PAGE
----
Making connections

One of the things that has bothered me for some time is how isolated I became in my old job – as I became more and more disillusioned  I became more and more “uninvolved” with my colleagues. I turned up to do my teaching and I supported students with commitment and competence but I didn’t have close relationships with my fellow lecturers. I found the tribal approach uncomfortable and I stopped going to meetings because I hated them. I hated going to meetings that resulted in competitive misery sharing – constant top trumping about the amount of marking, stupid students, difficult students, doctoral or post-doctoral research – who was working hardest and who was making their intellectual prowess most public. I found these cultural norms and exchanges distressing and I did not want any part of the conversations. Eventually I found I had no one to go to talk about the issues – I seemed to have noticed that something was going on within team relationships but no one else wanted to either admit to or they were blind to the game playing going on all around us.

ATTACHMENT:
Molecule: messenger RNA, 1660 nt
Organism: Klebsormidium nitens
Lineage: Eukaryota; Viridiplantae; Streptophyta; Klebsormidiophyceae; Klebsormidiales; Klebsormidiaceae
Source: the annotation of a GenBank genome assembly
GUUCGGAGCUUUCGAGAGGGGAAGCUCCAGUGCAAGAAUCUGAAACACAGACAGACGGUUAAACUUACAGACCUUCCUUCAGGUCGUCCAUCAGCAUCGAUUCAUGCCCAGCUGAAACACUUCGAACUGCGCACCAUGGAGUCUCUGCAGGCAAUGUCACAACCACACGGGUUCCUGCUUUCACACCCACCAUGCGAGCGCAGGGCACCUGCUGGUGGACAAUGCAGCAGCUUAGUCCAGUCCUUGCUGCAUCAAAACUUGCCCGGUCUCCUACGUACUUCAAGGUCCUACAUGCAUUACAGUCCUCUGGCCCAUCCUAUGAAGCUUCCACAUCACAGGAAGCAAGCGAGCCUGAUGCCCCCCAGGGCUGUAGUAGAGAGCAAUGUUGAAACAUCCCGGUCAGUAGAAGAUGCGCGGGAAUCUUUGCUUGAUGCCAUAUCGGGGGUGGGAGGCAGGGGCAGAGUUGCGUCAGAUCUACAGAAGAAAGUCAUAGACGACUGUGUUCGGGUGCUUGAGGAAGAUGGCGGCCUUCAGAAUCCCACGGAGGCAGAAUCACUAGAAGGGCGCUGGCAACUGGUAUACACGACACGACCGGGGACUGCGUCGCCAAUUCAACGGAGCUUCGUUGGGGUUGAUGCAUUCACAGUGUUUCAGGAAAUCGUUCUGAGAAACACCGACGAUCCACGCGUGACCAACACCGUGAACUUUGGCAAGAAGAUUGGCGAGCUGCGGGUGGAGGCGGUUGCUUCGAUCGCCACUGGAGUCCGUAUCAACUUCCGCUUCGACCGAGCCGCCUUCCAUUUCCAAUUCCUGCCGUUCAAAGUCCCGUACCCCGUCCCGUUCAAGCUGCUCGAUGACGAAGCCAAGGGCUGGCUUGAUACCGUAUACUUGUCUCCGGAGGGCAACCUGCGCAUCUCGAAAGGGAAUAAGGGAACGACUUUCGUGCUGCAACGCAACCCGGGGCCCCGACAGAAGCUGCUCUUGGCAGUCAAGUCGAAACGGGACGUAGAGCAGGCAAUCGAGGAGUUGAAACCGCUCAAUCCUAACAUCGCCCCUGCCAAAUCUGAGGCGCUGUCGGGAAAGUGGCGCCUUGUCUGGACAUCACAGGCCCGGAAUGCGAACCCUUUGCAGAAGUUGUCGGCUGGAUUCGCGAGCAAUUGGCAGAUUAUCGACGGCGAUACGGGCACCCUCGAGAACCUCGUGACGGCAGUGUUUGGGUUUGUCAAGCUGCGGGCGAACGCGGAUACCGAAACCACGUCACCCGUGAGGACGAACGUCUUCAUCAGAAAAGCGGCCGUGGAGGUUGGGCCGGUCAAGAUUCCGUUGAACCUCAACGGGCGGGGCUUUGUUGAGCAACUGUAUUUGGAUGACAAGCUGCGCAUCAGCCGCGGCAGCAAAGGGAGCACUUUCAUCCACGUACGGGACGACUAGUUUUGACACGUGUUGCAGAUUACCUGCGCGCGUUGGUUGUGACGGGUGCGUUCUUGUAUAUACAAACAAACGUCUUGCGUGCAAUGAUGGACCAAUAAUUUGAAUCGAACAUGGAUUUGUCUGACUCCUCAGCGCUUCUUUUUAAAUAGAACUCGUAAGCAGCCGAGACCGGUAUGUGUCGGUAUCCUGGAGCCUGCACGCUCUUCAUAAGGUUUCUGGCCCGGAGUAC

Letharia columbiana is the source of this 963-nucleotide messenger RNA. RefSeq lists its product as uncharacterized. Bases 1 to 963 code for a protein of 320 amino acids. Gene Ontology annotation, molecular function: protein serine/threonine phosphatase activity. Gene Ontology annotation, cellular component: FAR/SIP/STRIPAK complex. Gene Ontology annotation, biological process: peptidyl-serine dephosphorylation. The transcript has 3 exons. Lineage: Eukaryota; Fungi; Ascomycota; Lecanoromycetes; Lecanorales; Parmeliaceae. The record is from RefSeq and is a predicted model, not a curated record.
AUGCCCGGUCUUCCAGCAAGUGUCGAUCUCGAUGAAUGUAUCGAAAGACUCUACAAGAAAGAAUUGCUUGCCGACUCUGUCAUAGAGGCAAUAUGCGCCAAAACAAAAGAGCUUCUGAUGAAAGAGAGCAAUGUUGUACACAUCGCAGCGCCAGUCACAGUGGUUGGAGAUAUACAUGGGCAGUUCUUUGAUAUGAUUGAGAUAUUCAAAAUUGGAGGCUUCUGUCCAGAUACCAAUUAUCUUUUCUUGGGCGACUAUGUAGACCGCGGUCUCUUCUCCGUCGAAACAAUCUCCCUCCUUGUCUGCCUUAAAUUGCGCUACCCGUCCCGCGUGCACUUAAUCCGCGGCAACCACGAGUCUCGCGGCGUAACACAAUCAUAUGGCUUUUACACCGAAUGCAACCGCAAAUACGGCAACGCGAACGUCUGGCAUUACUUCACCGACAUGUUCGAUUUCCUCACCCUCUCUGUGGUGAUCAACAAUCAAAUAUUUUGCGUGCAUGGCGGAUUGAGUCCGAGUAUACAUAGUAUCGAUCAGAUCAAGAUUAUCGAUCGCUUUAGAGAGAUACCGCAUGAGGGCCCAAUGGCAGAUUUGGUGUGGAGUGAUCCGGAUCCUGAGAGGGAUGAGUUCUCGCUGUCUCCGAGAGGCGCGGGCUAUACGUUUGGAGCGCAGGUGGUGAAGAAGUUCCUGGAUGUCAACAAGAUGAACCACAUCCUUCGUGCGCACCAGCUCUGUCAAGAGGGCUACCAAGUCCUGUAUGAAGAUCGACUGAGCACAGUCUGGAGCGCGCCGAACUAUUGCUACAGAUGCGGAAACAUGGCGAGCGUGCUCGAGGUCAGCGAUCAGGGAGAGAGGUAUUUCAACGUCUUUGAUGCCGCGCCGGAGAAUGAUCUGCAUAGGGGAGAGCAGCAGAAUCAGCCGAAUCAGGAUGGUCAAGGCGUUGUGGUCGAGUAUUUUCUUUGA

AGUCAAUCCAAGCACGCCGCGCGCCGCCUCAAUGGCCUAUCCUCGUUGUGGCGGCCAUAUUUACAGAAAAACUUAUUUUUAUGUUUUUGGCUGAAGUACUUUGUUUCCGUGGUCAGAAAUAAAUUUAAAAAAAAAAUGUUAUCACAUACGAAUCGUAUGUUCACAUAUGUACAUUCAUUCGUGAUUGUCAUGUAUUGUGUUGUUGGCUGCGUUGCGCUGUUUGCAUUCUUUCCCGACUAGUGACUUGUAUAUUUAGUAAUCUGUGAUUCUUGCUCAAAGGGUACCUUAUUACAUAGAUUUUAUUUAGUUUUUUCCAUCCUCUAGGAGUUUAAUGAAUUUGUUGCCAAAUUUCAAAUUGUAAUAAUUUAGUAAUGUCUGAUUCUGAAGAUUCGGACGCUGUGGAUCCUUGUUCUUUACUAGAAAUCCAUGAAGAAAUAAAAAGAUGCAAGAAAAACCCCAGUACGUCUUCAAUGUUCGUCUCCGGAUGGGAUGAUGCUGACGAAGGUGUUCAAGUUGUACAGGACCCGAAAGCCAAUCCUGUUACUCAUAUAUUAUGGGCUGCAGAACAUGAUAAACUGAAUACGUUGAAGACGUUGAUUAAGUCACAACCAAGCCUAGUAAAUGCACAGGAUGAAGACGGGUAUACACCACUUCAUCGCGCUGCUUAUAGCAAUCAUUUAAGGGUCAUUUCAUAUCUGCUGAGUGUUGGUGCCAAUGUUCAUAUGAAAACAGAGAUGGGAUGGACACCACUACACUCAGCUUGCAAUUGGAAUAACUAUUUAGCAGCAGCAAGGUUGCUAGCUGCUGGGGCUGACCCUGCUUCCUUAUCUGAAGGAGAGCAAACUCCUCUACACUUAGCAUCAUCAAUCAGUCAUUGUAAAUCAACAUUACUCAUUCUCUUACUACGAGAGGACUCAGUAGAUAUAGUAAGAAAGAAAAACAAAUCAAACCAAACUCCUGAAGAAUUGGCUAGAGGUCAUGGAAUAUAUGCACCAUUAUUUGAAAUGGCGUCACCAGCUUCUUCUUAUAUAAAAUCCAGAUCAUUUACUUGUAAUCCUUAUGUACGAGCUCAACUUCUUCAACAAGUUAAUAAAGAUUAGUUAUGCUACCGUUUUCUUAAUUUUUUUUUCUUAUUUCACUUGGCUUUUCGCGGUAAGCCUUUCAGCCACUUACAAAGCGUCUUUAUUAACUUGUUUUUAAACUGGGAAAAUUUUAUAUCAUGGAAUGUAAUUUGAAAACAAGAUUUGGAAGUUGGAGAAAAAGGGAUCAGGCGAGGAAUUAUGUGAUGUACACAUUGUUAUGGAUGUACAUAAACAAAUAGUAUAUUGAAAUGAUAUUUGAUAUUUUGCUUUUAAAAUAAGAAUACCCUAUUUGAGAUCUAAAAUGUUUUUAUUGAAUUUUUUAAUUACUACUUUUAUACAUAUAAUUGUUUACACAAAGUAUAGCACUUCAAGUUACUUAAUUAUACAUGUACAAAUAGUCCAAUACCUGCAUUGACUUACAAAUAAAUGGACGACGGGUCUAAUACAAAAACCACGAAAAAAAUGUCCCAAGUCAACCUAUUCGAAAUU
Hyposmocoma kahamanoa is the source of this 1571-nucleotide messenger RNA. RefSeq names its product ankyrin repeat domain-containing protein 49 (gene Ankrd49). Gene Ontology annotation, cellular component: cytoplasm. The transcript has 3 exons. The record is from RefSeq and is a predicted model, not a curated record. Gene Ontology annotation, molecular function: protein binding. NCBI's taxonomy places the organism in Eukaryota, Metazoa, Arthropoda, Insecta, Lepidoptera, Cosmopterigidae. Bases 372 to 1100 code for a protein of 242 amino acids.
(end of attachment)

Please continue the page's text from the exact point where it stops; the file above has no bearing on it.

I have been thinking a lot about this lately as I “recover” from my unsuccessful career change – I thought I could lead a team in healthcare but I wasn’t able to nor was I allowed to find out what I was really capable of doing. I still believe that there are transferable skills between facilitating learning and leading teams in care delivery – I know that I was stopped from being able to effect change and transform the team environment because other people had too much to lose. I now know that it doesn’t matter how committed you are to enabling development and improvement that if people above  and below you are fearful of the consequences of your success then they will sabotage and deceive to ensure you are stopped. I don’t believe mine was an isolated experience and recently I heard about staff gleefully relaying stories of how they had “seen off” new senior managers. I can just see those complacent practitioners conspiring spiteful and untruthful stories about irrational incompetence, emotional outbursts and erratic behaviour. Listening to the Archers storyline about domestic abuse over the past few weeks has made me realise how close to losing the plot I was becoming a year ago. I can’t listen to Rob with Helen without feeling sick and uncomfortable. I know what is like to  be constantly undermined coupled with charm and an illusion of support – it can seriously damage one’s confidence and capability. Abusive relationships are not solely in domestic settings – they haunt the workplace too and too many people put up with and shut up about their experiences.